Is Venezuela blocking the Internet amid violence?

As lethal protests wrack the country, the government becomes more heavy-handed with censorship.

The flag of Venezuela.

In Venezuela, the government controls most of the television stations, so many residents turn to the Internet and social media for news. But, what happens when those get censored?

As the South American country has become engulfed in lethal protests and government crackdowns, it is said that the authorities have now started blocking the Internet -- especially in those states that have seen the most bloodshed.

Widespread student-led protests against President Nicolas Maduro's administration erupted last week. While the government is working to maintain its control of the country, the protesters are calling for Maduro's resignation due to high crime, political repression, and inflation, according to Reuters.

On Thursday there were local reports of Internet blackouts in the western state of Tachira and a complete shutdown of the Internet provider in the state capital San Cristobal, according to the Electronic Frontier Foundation.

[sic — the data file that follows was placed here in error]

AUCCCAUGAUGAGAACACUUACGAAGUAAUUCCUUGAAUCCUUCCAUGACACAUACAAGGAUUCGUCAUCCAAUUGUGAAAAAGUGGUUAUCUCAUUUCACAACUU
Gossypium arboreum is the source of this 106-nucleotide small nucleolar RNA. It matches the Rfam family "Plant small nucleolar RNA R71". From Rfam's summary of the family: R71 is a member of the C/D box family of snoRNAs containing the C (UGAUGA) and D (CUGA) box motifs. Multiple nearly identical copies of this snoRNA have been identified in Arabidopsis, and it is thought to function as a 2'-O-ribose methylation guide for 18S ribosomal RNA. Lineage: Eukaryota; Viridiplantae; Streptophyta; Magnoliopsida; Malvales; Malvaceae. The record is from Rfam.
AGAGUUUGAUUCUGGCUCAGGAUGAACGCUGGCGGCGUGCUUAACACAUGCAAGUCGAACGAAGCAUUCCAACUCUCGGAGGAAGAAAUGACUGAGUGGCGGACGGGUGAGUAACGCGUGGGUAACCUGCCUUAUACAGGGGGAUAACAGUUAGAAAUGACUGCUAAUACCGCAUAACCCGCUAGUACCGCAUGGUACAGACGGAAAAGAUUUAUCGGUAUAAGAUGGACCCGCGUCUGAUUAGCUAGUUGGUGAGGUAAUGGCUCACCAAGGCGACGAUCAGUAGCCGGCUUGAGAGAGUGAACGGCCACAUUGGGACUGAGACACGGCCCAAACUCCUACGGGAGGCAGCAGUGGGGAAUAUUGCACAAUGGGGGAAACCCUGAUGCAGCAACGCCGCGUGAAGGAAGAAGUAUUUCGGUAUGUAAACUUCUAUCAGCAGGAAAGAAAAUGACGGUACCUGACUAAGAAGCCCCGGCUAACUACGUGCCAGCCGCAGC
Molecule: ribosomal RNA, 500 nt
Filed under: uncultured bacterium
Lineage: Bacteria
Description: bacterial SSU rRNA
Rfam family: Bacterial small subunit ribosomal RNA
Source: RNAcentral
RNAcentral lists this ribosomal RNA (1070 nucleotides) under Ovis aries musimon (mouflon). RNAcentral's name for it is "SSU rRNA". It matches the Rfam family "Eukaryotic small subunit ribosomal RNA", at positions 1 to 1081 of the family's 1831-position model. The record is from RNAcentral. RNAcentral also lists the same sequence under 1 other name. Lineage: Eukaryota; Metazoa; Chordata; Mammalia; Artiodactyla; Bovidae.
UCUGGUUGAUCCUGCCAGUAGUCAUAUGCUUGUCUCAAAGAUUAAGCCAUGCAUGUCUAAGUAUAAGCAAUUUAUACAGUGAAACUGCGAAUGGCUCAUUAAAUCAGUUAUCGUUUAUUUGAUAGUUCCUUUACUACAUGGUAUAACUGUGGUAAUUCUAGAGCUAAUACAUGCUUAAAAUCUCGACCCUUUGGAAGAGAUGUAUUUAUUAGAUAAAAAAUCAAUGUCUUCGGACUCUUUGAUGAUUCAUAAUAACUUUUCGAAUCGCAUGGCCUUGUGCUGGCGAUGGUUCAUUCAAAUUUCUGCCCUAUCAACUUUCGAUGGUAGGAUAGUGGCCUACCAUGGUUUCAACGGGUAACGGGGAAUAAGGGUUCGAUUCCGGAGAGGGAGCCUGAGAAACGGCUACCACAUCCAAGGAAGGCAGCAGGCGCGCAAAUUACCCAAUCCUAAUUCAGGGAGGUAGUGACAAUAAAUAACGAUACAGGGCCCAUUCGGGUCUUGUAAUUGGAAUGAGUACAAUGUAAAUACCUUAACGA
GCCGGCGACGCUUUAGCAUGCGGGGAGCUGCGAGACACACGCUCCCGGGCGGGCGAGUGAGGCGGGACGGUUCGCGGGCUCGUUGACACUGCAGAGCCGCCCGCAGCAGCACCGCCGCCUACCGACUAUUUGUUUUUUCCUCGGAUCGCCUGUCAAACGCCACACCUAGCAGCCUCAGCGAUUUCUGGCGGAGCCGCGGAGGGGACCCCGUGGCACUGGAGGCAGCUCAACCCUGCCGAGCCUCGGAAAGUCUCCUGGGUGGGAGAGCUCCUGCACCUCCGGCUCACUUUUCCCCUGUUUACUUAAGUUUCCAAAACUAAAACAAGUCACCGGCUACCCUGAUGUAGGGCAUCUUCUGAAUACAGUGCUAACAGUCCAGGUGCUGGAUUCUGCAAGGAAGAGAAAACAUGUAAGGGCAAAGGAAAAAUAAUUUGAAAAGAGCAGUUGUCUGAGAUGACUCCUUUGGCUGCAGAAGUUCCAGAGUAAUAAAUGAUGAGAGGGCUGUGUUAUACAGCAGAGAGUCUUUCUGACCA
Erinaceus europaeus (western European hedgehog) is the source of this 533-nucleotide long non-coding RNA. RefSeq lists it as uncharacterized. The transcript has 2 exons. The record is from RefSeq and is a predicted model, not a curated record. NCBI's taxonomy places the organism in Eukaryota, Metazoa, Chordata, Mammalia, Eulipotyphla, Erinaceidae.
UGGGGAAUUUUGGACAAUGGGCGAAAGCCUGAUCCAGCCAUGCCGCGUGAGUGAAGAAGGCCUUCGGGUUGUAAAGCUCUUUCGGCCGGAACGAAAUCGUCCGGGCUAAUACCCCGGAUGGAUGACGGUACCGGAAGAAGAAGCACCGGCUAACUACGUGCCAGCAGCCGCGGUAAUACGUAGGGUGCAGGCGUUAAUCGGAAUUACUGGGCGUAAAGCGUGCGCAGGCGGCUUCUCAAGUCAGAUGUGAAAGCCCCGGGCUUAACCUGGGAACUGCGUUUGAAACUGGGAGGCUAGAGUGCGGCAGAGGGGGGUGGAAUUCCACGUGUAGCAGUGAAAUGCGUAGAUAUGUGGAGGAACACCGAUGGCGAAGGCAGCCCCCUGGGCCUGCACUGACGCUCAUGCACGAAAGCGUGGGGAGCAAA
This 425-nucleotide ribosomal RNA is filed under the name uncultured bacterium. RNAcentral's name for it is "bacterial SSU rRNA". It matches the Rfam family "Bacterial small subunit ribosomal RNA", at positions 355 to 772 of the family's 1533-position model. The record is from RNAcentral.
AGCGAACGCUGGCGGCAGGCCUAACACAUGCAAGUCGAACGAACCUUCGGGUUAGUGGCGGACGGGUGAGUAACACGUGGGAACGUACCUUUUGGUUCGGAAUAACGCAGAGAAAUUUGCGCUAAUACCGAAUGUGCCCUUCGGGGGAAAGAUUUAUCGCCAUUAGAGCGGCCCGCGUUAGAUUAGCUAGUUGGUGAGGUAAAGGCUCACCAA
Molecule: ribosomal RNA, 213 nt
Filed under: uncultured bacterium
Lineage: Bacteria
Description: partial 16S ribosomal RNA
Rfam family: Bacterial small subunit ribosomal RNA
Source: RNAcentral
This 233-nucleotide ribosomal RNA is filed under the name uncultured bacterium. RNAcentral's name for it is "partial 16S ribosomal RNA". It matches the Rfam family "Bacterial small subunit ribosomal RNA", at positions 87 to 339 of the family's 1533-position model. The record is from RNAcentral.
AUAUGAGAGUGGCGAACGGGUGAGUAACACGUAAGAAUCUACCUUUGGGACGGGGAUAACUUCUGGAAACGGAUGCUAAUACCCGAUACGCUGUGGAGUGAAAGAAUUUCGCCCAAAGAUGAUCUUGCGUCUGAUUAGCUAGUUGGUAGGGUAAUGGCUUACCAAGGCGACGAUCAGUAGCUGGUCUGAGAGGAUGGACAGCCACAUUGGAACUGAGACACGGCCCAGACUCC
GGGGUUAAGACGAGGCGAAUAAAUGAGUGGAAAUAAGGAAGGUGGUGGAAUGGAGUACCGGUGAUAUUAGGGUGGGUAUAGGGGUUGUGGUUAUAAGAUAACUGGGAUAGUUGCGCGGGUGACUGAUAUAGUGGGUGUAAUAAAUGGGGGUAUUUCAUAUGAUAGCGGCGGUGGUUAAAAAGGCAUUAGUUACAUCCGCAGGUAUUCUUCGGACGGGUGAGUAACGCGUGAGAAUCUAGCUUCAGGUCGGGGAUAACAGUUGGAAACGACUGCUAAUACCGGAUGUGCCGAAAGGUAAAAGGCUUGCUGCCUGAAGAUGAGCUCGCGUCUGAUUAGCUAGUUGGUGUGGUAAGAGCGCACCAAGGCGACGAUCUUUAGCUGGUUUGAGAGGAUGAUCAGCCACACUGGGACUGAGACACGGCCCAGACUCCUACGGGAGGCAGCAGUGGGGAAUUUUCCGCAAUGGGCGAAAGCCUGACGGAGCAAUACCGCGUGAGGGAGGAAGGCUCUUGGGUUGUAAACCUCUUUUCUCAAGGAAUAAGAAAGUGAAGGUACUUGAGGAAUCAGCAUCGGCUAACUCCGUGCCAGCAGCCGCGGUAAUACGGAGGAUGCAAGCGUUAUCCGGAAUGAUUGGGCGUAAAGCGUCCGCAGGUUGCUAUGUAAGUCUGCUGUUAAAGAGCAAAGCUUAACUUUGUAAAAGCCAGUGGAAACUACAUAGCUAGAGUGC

These blackouts come on the heels of the government removing television stations from cable networks and working to get opposition leaders and protesters censored on Twitter, according to Bloomberg. Last week, Twitter confirmed the Venezuelan government was able to block certain users' online images.

Theoretically, this type of censorship is permissible under Venezuelan law, according to Human Rights Watch. The country's broadcasting law says it is forbidden for media providers to "incite or promote hatred" or "foment anxiety in the population or threaten public order."

As the strife has escalated over the past few days, the government has continued to ramp up its reported media and Internet censorship. The government owns the country's largest ISP -- CANTV -- and therefore can wield significant power when it comes to the Web. It's unclear if the reported Internet blackouts will spread to other states.

[Via Mashable].

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About the author

Dara Kerr, a freelance journalist based in the Bay Area, is fascinated by robots, supercomputers and Internet memes. When not writing about technology and modernity, she likes to travel to far-off countries.

 

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